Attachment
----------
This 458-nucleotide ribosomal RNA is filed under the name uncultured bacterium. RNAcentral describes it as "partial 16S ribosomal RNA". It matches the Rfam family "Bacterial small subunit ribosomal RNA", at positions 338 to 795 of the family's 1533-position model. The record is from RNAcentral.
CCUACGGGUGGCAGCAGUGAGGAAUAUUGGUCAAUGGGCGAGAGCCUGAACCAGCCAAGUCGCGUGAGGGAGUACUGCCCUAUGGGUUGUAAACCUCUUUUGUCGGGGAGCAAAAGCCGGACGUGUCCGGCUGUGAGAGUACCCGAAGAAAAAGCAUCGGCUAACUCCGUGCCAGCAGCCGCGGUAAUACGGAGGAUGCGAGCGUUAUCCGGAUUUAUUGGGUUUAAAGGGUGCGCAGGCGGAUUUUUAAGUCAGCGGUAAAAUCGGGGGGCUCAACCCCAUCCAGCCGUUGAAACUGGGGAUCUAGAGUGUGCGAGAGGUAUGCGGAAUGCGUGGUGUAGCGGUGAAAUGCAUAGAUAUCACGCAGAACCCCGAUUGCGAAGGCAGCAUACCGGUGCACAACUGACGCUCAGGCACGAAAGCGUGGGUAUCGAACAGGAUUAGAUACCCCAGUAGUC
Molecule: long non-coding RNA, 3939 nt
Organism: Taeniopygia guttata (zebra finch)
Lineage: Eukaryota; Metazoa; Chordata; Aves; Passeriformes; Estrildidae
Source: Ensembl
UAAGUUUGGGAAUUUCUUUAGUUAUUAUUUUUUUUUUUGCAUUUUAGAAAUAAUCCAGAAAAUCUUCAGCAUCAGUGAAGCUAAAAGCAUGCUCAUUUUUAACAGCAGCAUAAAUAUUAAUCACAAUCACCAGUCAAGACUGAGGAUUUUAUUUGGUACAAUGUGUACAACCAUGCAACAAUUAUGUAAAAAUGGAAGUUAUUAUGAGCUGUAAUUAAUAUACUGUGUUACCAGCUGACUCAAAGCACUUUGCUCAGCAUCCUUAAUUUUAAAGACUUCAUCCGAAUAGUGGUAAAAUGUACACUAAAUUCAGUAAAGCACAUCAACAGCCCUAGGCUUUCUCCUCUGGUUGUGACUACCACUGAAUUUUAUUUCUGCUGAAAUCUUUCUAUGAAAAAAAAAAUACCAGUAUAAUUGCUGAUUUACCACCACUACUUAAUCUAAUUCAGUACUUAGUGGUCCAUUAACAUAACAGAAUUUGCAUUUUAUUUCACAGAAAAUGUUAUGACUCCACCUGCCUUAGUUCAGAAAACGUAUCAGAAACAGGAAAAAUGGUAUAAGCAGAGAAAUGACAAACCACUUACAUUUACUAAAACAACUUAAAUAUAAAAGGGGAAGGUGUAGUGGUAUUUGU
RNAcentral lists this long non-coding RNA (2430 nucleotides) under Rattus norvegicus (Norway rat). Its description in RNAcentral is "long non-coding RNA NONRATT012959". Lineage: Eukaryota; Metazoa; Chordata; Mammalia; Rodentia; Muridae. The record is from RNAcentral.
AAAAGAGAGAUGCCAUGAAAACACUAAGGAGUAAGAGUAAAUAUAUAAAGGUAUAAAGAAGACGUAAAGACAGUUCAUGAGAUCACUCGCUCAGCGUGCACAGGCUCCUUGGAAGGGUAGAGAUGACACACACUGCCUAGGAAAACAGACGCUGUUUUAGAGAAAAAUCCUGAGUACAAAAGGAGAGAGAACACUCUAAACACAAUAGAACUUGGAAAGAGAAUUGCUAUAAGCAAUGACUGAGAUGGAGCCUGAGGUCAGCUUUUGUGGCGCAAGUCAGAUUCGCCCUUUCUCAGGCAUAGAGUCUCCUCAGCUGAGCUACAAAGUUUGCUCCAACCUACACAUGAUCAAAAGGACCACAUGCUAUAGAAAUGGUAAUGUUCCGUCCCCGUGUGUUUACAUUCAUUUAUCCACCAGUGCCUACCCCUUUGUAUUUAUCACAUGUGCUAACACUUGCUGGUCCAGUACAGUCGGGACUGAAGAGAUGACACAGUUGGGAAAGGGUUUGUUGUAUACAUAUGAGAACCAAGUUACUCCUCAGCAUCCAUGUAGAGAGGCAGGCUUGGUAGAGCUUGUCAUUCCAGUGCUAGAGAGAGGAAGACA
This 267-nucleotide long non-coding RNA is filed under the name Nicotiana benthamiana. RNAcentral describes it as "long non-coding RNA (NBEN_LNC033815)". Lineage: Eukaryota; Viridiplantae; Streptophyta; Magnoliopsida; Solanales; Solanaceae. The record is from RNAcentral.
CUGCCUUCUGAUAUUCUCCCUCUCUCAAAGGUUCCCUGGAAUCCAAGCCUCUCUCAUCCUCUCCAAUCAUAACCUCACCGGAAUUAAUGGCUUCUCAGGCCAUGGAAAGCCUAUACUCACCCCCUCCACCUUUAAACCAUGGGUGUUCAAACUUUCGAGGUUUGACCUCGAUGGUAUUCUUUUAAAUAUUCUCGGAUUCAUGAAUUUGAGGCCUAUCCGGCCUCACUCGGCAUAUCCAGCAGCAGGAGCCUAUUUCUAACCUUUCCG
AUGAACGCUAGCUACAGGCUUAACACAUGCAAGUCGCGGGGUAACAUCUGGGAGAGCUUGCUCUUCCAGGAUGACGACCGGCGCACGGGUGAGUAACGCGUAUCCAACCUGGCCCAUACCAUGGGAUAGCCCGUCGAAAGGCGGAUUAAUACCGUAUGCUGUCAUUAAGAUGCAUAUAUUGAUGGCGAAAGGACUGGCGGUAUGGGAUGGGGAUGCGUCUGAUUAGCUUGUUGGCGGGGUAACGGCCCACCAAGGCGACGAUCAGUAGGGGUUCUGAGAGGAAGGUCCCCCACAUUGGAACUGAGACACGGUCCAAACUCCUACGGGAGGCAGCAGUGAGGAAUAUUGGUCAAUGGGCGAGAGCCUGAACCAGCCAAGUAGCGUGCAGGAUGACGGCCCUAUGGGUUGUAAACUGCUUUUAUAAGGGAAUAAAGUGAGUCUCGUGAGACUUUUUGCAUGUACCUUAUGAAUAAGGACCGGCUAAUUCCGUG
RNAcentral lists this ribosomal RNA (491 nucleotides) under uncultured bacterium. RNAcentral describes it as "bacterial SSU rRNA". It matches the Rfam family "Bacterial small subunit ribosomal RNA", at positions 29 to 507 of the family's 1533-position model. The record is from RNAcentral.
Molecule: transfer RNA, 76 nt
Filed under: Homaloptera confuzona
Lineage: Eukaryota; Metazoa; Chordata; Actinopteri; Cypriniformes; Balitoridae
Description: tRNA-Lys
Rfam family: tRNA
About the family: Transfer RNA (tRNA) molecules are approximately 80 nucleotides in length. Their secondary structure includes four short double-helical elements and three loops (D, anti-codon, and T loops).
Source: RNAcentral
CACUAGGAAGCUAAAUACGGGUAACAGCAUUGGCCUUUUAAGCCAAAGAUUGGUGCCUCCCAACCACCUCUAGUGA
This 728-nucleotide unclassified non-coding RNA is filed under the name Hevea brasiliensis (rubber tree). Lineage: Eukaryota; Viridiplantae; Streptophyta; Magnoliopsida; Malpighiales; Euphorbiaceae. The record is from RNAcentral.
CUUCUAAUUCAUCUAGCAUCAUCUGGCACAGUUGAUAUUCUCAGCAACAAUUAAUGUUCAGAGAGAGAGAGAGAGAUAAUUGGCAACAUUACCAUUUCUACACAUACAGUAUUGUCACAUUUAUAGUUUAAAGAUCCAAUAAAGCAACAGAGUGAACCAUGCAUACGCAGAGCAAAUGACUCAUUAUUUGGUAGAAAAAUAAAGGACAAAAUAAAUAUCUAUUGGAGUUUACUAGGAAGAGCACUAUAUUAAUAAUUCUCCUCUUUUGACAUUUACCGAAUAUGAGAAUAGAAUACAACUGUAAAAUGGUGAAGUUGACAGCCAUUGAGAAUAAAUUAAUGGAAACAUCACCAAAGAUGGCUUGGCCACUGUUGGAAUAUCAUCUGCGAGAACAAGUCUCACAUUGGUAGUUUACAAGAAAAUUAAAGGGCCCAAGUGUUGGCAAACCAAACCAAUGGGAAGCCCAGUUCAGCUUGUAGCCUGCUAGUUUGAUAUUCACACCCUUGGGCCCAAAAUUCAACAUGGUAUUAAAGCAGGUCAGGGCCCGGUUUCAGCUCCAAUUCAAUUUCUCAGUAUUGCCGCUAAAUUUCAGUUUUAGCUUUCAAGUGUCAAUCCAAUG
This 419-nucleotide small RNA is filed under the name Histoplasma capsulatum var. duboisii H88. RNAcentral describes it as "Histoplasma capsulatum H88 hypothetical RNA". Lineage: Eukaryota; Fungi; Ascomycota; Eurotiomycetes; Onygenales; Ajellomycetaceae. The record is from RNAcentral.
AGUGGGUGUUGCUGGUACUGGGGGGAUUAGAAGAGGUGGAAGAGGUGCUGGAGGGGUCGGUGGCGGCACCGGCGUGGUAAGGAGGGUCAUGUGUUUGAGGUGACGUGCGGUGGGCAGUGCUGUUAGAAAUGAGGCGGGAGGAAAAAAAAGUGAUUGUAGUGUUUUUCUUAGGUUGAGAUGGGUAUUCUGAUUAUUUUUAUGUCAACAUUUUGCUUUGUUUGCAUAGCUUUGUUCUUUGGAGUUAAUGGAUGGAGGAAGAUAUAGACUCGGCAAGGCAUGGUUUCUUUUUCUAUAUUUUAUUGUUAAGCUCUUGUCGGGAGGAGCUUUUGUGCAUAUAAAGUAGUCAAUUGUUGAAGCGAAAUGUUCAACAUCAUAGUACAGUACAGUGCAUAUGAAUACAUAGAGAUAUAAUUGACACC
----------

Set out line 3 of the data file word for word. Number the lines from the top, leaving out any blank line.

Molecule: long non-coding RNA, 3939 nt